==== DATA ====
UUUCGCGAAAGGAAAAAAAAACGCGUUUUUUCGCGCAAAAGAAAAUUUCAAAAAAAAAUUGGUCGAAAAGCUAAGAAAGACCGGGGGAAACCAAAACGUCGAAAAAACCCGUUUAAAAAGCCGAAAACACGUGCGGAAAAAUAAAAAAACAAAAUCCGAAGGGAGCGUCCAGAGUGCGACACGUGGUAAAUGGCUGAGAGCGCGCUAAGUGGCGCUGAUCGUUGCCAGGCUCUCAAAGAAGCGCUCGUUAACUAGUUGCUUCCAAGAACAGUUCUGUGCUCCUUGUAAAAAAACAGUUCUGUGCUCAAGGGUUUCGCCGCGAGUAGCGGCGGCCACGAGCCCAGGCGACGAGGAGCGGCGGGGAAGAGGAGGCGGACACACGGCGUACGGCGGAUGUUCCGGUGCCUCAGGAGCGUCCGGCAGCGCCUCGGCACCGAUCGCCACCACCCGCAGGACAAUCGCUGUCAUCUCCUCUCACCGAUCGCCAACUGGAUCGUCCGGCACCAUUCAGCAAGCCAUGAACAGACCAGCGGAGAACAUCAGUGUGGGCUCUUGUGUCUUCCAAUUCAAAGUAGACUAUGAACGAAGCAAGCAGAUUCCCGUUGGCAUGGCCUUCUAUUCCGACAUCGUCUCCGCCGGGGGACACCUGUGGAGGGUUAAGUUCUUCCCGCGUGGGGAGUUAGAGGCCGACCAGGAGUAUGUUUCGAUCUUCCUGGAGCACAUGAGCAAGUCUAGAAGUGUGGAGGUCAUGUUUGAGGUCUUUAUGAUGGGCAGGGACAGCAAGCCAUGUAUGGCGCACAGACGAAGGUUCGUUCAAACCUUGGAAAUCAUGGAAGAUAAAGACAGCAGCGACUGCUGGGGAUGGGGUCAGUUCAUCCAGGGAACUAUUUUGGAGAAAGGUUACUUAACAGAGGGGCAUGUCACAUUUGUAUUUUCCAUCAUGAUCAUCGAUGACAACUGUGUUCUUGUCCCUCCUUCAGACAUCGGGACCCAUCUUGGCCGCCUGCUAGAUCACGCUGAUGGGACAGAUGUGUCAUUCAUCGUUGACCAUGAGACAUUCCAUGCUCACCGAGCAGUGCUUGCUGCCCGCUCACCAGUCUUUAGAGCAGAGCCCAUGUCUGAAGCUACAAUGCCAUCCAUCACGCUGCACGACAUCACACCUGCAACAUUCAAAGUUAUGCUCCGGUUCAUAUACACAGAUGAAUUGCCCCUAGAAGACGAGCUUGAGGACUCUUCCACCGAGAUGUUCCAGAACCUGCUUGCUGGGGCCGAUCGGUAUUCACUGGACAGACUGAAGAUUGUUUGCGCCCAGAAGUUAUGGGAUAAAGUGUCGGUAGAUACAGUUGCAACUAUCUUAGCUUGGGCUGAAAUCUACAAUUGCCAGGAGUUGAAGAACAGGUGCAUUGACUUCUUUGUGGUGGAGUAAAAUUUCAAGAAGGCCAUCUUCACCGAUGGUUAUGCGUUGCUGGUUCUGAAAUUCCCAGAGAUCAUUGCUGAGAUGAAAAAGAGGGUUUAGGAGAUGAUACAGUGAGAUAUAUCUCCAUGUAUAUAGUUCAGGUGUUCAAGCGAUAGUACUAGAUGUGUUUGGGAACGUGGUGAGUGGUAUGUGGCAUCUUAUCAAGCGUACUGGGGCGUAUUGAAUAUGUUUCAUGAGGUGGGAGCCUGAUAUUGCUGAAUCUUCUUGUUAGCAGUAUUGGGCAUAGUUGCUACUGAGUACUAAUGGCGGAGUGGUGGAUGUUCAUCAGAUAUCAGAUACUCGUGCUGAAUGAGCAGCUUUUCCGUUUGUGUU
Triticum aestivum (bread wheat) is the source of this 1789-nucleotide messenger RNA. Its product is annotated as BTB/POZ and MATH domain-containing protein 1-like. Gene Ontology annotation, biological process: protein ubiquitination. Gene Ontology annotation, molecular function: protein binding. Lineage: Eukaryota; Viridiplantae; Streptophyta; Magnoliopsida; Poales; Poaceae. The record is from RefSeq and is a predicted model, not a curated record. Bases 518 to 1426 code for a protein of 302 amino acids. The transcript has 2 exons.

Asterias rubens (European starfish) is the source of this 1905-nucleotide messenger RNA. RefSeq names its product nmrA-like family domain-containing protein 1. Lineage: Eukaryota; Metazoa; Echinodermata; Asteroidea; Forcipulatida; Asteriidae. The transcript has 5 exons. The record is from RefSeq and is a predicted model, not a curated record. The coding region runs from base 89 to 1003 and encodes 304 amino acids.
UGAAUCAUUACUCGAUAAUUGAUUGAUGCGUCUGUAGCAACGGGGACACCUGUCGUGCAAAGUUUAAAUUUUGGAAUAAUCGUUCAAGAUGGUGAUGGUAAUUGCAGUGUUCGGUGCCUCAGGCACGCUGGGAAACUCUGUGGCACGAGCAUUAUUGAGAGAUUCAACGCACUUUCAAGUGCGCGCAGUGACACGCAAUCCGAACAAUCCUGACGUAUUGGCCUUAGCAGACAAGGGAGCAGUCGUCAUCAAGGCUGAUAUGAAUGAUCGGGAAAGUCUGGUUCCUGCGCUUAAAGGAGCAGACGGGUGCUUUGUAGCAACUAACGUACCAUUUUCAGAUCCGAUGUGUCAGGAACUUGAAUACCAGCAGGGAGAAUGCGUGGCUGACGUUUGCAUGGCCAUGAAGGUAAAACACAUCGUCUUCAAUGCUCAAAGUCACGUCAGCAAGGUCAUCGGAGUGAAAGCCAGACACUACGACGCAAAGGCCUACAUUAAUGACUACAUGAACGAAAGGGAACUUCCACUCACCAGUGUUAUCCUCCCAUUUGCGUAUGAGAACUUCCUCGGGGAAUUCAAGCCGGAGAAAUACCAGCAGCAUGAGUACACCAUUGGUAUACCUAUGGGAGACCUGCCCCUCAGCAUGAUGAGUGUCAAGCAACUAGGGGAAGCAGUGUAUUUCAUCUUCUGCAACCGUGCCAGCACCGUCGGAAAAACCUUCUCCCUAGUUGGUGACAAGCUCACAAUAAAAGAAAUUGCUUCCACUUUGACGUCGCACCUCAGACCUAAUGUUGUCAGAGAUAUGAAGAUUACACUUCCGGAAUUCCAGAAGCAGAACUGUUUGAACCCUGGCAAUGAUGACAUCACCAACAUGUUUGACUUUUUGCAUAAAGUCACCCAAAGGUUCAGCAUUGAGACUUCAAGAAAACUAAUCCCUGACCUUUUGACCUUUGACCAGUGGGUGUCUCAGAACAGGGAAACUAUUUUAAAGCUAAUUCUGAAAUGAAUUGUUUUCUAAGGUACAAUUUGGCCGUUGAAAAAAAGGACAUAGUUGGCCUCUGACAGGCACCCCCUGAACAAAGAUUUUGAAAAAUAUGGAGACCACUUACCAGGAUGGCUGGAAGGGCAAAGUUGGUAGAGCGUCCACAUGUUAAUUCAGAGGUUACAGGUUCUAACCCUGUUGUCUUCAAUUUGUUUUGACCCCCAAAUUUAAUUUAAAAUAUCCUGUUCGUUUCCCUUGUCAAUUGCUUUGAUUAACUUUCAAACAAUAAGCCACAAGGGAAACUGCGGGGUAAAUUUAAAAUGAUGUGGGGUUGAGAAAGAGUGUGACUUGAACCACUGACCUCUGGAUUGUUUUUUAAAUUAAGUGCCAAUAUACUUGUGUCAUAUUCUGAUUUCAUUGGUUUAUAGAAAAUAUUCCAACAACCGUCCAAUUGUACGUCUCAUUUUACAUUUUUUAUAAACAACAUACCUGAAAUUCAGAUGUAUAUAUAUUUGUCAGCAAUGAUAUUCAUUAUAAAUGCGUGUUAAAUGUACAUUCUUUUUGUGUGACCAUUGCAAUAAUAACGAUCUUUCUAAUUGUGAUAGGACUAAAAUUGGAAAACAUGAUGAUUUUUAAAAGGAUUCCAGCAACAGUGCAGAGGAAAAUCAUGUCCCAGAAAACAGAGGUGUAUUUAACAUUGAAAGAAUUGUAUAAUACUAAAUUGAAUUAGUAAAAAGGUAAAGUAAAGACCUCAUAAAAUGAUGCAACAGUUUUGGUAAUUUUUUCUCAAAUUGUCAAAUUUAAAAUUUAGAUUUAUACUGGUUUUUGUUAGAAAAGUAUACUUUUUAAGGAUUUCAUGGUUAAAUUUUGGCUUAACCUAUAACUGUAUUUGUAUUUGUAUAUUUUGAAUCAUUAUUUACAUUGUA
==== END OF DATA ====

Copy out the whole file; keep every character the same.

UUUCGCGAAAGGAAAAAAAAACGCGUUUUUUCGCGCAAAAGAAAAUUUCAAAAAAAAAUUGGUCGAAAAGCUAAGAAAGACCGGGGGAAACCAAAACGUCGAAAAAACCCGUUUAAAAAGCCGAAAACACGUGCGGAAAAAUAAAAAAACAAAAUCCGAAGGGAGCGUCCAGAGUGCGACACGUGGUAAAUGGCUGAGAGCGCGCUAAGUGGCGCUGAUCGUUGCCAGGCUCUCAAAGAAGCGCUCGUUAACUAGUUGCUUCCAAGAACAGUUCUGUGCUCCUUGUAAAAAAACAGUUCUGUGCUCAAGGGUUUCGCCGCGAGUAGCGGCGGCCACGAGCCCAGGCGACGAGGAGCGGCGGGGAAGAGGAGGCGGACACACGGCGUACGGCGGAUGUUCCGGUGCCUCAGGAGCGUCCGGCAGCGCCUCGGCACCGAUCGCCACCACCCGCAGGACAAUCGCUGUCAUCUCCUCUCACCGAUCGCCAACUGGAUCGUCCGGCACCAUUCAGCAAGCCAUGAACAGACCAGCGGAGAACAUCAGUGUGGGCUCUUGUGUCUUCCAAUUCAAAGUAGACUAUGAACGAAGCAAGCAGAUUCCCGUUGGCAUGGCCUUCUAUUCCGACAUCGUCUCCGCCGGGGGACACCUGUGGAGGGUUAAGUUCUUCCCGCGUGGGGAGUUAGAGGCCGACCAGGAGUAUGUUUCGAUCUUCCUGGAGCACAUGAGCAAGUCUAGAAGUGUGGAGGUCAUGUUUGAGGUCUUUAUGAUGGGCAGGGACAGCAAGCCAUGUAUGGCGCACAGACGAAGGUUCGUUCAAACCUUGGAAAUCAUGGAAGAUAAAGACAGCAGCGACUGCUGGGGAUGGGGUCAGUUCAUCCAGGGAACUAUUUUGGAGAAAGGUUACUUAACAGAGGGGCAUGUCACAUUUGUAUUUUCCAUCAUGAUCAUCGAUGACAACUGUGUUCUUGUCCCUCCUUCAGACAUCGGGACCCAUCUUGGCCGCCUGCUAGAUCACGCUGAUGGGACAGAUGUGUCAUUCAUCGUUGACCAUGAGACAUUCCAUGCUCACCGAGCAGUGCUUGCUGCCCGCUCACCAGUCUUUAGAGCAGAGCCCAUGUCUGAAGCUACAAUGCCAUCCAUCACGCUGCACGACAUCACACCUGCAACAUUCAAAGUUAUGCUCCGGUUCAUAUACACAGAUGAAUUGCCCCUAGAAGACGAGCUUGAGGACUCUUCCACCGAGAUGUUCCAGAACCUGCUUGCUGGGGCCGAUCGGUAUUCACUGGACAGACUGAAGAUUGUUUGCGCCCAGAAGUUAUGGGAUAAAGUGUCGGUAGAUACAGUUGCAACUAUCUUAGCUUGGGCUGAAAUCUACAAUUGCCAGGAGUUGAAGAACAGGUGCAUUGACUUCUUUGUGGUGGAGUAAAAUUUCAAGAAGGCCAUCUUCACCGAUGGUUAUGCGUUGCUGGUUCUGAAAUUCCCAGAGAUCAUUGCUGAGAUGAAAAAGAGGGUUUAGGAGAUGAUACAGUGAGAUAUAUCUCCAUGUAUAUAGUUCAGGUGUUCAAGCGAUAGUACUAGAUGUGUUUGGGAACGUGGUGAGUGGUAUGUGGCAUCUUAUCAAGCGUACUGGGGCGUAUUGAAUAUGUUUCAUGAGGUGGGAGCCUGAUAUUGCUGAAUCUUCUUGUUAGCAGUAUUGGGCAUAGUUGCUACUGAGUACUAAUGGCGGAGUGGUGGAUGUUCAUCAGAUAUCAGAUACUCGUGCUGAAUGAGCAGCUUUUCCGUUUGUGUU
Triticum aestivum (bread wheat) is the source of this 1789-nucleotide messenger RNA. Its product is annotated as BTB/POZ and MATH domain-containing protein 1-like. Gene Ontology annotation, biological process: protein ubiquitination. Gene Ontology annotation, molecular function: protein binding. Lineage: Eukaryota; Viridiplantae; Streptophyta; Magnoliopsida; Poales; Poaceae. The record is from RefSeq and is a predicted model, not a curated record. Bases 518 to 1426 code for a protein of 302 amino acids. The transcript has 2 exons.

Asterias rubens (European starfish) is the source of this 1905-nucleotide messenger RNA. RefSeq names its product nmrA-like family domain-containing protein 1. Lineage: Eukaryota; Metazoa; Echinodermata; Asteroidea; Forcipulatida; Asteriidae. The transcript has 5 exons. The record is from RefSeq and is a predicted model, not a curated record. The coding region runs from base 89 to 1003 and encodes 304 amino acids.
UGAAUCAUUACUCGAUAAUUGAUUGAUGCGUCUGUAGCAACGGGGACACCUGUCGUGCAAAGUUUAAAUUUUGGAAUAAUCGUUCAAGAUGGUGAUGGUAAUUGCAGUGUUCGGUGCCUCAGGCACGCUGGGAAACUCUGUGGCACGAGCAUUAUUGAGAGAUUCAACGCACUUUCAAGUGCGCGCAGUGACACGCAAUCCGAACAAUCCUGACGUAUUGGCCUUAGCAGACAAGGGAGCAGUCGUCAUCAAGGCUGAUAUGAAUGAUCGGGAAAGUCUGGUUCCUGCGCUUAAAGGAGCAGACGGGUGCUUUGUAGCAACUAACGUACCAUUUUCAGAUCCGAUGUGUCAGGAACUUGAAUACCAGCAGGGAGAAUGCGUGGCUGACGUUUGCAUGGCCAUGAAGGUAAAACACAUCGUCUUCAAUGCUCAAAGUCACGUCAGCAAGGUCAUCGGAGUGAAAGCCAGACACUACGACGCAAAGGCCUACAUUAAUGACUACAUGAACGAAAGGGAACUUCCACUCACCAGUGUUAUCCUCCCAUUUGCGUAUGAGAACUUCCUCGGGGAAUUCAAGCCGGAGAAAUACCAGCAGCAUGAGUACACCAUUGGUAUACCUAUGGGAGACCUGCCCCUCAGCAUGAUGAGUGUCAAGCAACUAGGGGAAGCAGUGUAUUUCAUCUUCUGCAACCGUGCCAGCACCGUCGGAAAAACCUUCUCCCUAGUUGGUGACAAGCUCACAAUAAAAGAAAUUGCUUCCACUUUGACGUCGCACCUCAGACCUAAUGUUGUCAGAGAUAUGAAGAUUACACUUCCGGAAUUCCAGAAGCAGAACUGUUUGAACCCUGGCAAUGAUGACAUCACCAACAUGUUUGACUUUUUGCAUAAAGUCACCCAAAGGUUCAGCAUUGAGACUUCAAGAAAACUAAUCCCUGACCUUUUGACCUUUGACCAGUGGGUGUCUCAGAACAGGGAAACUAUUUUAAAGCUAAUUCUGAAAUGAAUUGUUUUCUAAGGUACAAUUUGGCCGUUGAAAAAAAGGACAUAGUUGGCCUCUGACAGGCACCCCCUGAACAAAGAUUUUGAAAAAUAUGGAGACCACUUACCAGGAUGGCUGGAAGGGCAAAGUUGGUAGAGCGUCCACAUGUUAAUUCAGAGGUUACAGGUUCUAACCCUGUUGUCUUCAAUUUGUUUUGACCCCCAAAUUUAAUUUAAAAUAUCCUGUUCGUUUCCCUUGUCAAUUGCUUUGAUUAACUUUCAAACAAUAAGCCACAAGGGAAACUGCGGGGUAAAUUUAAAAUGAUGUGGGGUUGAGAAAGAGUGUGACUUGAACCACUGACCUCUGGAUUGUUUUUUAAAUUAAGUGCCAAUAUACUUGUGUCAUAUUCUGAUUUCAUUGGUUUAUAGAAAAUAUUCCAACAACCGUCCAAUUGUACGUCUCAUUUUACAUUUUUUAUAAACAACAUACCUGAAAUUCAGAUGUAUAUAUAUUUGUCAGCAAUGAUAUUCAUUAUAAAUGCGUGUUAAAUGUACAUUCUUUUUGUGUGACCAUUGCAAUAAUAACGAUCUUUCUAAUUGUGAUAGGACUAAAAUUGGAAAACAUGAUGAUUUUUAAAAGGAUUCCAGCAACAGUGCAGAGGAAAAUCAUGUCCCAGAAAACAGAGGUGUAUUUAACAUUGAAAGAAUUGUAUAAUACUAAAUUGAAUUAGUAAAAAGGUAAAGUAAAGACCUCAUAAAAUGAUGCAACAGUUUUGGUAAUUUUUUCUCAAAUUGUCAAAUUUAAAAUUUAGAUUUAUACUGGUUUUUGUUAGAAAAGUAUACUUUUUAAGGAUUUCAUGGUUAAAUUUUGGCUUAACCUAUAACUGUAUUUGUAUUUGUAUAUUUUGAAUCAUUAUUUACAUUGUA